In recent years, the soaring success of young men from the traveller community, pursuing a career between the ropes, has continued to dominate boxing’s media. Our obsession with their culture, caravans and charisma has proven boundless, with Tyson Fury and Billy Joe Saunders capturing headlines for all of the right, and often wrong, reasons.
One young man attempting to force his way into British title contention has recently moved from his trailer, pitched on his grandad’s land, to a modern town house. For Lenny Fuller (6-0, 0KOs), the reason for his transition to fixed abode, blurted out during our conversation was plain, “It’s got central heating!”.
Currently undefeated in six bouts, the inexperienced welterweight is preparing to compete in the fourth installment of Ultimate Boxxer, set to be screened live on September 20th, on BT Sports. Through yawns shared on either side of the phone early that Saturday, we spoke about a youth spent battling elder siblings and the myth that fighting is a ‘must’ when growing up amongst young, traveller men.
“Nah, not at all. Me’ brother only had a couple of amateur fights. All me’ brothers have boxed, but nah, it was nothing to do with that. My boys now; one of em’ plays golf; one of em’ is a lazy shit and doesn’t wanna do nothing (laughs). There’s no pressure on us, at all. If anything, me’ ma’am would have liked us not to box. She’s always saying she can’t wait for me to give it up, but I won’t.”
Fuller continued, “Me’ uncle did a bit of boxing in his day, but me’ dad, he never boxed. He’s five-foot-nothing, as round as a… Well, he’s never boxed. Mum’s side haven’t really boxed, either. The first amateur gym I went to, the trainer said to me that he loved working with traveller boys because they never shy away. They don’t have to be asked twice to spar. They never forget a gumshield. They’re always ready to go and they want to fight. It is in you, a little bit.”
“You gotta understand, I had three brothers, so you can imagine that was a fucking headache of a household for anyone! Constantly fighting, always putting gloves on and sparring. You’d have a rough time if you couldn’t fight in that house.
“We did [live in a trailer], but I’ve got two kids. I lived in there until I was about seventeen. That’s when I met my wife, but only recently I’ve moved back into the house and that’s mainly to do with training. I’ve lived in trailers all me’ life until the last year or so. It’s just better with the kids. It’s right next to their school and I just like it a bit better.”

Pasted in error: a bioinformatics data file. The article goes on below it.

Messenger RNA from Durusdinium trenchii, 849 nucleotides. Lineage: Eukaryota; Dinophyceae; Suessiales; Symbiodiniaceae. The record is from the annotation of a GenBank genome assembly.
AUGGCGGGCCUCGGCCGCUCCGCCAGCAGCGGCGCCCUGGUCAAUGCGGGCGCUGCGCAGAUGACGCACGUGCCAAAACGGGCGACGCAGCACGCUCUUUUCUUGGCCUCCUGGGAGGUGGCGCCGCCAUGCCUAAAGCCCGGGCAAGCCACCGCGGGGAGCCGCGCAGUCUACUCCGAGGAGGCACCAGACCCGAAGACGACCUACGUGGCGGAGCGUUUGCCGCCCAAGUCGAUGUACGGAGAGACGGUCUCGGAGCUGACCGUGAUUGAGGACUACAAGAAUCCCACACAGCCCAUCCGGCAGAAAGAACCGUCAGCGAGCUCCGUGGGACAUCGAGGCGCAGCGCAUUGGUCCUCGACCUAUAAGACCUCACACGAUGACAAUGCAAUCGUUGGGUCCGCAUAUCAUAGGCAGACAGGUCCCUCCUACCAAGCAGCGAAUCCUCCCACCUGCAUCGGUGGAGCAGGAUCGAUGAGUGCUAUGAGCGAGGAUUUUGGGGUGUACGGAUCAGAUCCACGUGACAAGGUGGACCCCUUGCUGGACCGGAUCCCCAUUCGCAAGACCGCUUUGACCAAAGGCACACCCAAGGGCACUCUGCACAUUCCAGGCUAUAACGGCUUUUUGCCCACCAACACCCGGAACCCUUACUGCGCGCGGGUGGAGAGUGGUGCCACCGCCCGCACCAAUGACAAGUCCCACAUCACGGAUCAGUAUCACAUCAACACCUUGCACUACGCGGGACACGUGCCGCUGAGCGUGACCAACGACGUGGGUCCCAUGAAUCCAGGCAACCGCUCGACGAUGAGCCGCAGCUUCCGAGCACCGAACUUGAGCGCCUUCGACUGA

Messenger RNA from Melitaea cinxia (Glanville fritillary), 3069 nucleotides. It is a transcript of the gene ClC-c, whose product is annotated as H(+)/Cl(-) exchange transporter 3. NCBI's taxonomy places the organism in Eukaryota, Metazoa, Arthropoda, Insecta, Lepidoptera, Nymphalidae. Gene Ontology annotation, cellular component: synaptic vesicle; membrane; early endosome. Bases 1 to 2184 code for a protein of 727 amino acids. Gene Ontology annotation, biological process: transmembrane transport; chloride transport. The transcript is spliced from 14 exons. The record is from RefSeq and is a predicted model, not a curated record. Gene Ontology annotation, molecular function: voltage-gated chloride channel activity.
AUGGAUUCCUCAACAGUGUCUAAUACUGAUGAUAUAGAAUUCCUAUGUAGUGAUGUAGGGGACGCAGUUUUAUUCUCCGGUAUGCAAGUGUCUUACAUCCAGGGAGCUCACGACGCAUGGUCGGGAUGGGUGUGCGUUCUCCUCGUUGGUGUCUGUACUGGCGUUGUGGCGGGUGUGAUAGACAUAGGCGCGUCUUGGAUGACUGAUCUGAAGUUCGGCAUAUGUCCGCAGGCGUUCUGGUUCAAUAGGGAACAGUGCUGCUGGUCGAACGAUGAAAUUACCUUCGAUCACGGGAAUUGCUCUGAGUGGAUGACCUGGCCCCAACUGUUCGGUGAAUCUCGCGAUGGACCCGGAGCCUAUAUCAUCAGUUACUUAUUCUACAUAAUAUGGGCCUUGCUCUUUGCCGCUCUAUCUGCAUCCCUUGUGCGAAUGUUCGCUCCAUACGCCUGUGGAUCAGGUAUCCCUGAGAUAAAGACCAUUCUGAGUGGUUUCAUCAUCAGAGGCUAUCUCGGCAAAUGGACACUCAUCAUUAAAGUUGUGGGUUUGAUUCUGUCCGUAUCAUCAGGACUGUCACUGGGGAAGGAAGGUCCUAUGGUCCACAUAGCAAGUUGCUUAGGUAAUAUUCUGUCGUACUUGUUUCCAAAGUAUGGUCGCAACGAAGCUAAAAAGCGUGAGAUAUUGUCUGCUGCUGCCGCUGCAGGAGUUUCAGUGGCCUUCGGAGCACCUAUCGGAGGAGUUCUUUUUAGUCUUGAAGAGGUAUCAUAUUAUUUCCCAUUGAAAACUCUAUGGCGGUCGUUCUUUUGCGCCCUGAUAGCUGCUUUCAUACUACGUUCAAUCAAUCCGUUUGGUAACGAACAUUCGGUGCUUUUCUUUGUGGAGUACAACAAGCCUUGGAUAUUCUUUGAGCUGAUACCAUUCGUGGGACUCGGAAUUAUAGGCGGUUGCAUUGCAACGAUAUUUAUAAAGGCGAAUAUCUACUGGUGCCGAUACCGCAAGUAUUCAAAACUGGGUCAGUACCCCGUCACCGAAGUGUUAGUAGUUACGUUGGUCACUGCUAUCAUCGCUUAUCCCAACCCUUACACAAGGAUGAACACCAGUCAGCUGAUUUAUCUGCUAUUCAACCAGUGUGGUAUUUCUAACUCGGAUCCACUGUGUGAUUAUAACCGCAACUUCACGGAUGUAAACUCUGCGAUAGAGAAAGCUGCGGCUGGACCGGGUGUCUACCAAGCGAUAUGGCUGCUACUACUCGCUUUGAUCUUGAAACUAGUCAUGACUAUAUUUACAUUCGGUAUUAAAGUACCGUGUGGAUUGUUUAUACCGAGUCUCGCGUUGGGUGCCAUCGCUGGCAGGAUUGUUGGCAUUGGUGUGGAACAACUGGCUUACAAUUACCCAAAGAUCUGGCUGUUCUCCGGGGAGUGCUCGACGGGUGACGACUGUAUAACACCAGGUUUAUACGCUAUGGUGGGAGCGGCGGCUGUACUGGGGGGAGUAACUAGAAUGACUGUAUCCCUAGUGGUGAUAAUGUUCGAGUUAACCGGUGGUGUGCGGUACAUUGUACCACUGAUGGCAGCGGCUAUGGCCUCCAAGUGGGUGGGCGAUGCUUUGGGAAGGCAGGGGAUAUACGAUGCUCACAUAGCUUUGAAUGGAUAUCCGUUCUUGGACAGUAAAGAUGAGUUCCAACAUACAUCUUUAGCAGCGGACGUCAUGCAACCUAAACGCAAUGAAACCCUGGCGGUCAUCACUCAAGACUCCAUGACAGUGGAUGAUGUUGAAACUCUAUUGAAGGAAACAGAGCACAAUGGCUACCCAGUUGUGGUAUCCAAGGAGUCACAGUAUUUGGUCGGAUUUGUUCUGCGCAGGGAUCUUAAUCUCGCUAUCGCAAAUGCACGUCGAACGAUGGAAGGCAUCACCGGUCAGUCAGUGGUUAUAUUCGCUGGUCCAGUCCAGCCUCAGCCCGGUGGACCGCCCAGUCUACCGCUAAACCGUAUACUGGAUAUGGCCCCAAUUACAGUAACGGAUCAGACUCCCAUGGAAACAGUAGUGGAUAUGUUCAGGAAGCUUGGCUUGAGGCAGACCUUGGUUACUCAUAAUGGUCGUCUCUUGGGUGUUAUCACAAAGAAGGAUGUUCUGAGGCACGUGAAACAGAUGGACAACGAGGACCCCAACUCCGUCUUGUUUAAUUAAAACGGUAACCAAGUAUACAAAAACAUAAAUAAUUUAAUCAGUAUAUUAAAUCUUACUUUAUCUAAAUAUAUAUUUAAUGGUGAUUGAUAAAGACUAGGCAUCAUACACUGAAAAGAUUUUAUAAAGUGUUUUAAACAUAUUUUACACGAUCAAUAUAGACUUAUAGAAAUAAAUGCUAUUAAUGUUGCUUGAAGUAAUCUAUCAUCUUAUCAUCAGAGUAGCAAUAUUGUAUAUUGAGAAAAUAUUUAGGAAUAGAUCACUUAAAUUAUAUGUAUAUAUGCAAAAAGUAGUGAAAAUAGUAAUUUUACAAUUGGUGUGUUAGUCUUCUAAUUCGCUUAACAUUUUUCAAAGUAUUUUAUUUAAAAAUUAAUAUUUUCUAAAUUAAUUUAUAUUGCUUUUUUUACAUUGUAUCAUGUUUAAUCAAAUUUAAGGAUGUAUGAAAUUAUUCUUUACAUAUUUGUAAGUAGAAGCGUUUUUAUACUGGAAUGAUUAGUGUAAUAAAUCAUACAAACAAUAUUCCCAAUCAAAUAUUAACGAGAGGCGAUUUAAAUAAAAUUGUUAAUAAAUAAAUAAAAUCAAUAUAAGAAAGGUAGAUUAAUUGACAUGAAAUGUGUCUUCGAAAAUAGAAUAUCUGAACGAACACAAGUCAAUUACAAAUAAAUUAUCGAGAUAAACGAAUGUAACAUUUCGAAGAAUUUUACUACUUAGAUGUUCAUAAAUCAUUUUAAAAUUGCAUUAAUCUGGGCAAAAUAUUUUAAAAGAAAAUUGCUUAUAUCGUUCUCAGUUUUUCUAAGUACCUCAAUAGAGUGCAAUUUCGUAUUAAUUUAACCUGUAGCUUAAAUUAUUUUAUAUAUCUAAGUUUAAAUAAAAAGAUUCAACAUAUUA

The next edition of the knockout tournament would be staged at the weight above Lenny’s natural division, but when finding out a little more about the Maidstone boxer, it was clear those seven pounds held little importance.
He’d joined the gym initially as a young boy, taking up boxing to learn how to handle himself, dipping in-and-out, without direction. After falling out of love with boxing during those testing, teenage years, Fuller returned, eventually signing up for unlicensed bouts and challenging ex-professionals, often emerging victorious.
The unlicensed scene here in Britain is regularly the subject of concern from an ardent boxing community, especially surrounding their medical provisions, however Lenny explained that it was an inability to progress that saw him switch to the professional game. When preparing for UB4, however, those shorter bouts would be key, revisiting three-round sprints with a focus on first impressions.
“I actually really enjoyed the unlicensed stuff”, he admitted. “It’s not far away from the pros – not the level and stuff, or the training, because it’s only 3x 2mins, but there’s an appeal to anyone. I built most of my following up from the unlicensed [boxing].”
“It wasn’t far from where I’m from, in Maidstone. You walk out to lights and music and some of these small hall shows ain’t much more exciting than the unlicensed shows. I boxed quite a lot of ex-pros. They were half decent, but they just couldn’t sell tickets, so they dropped back down to unlicensed.”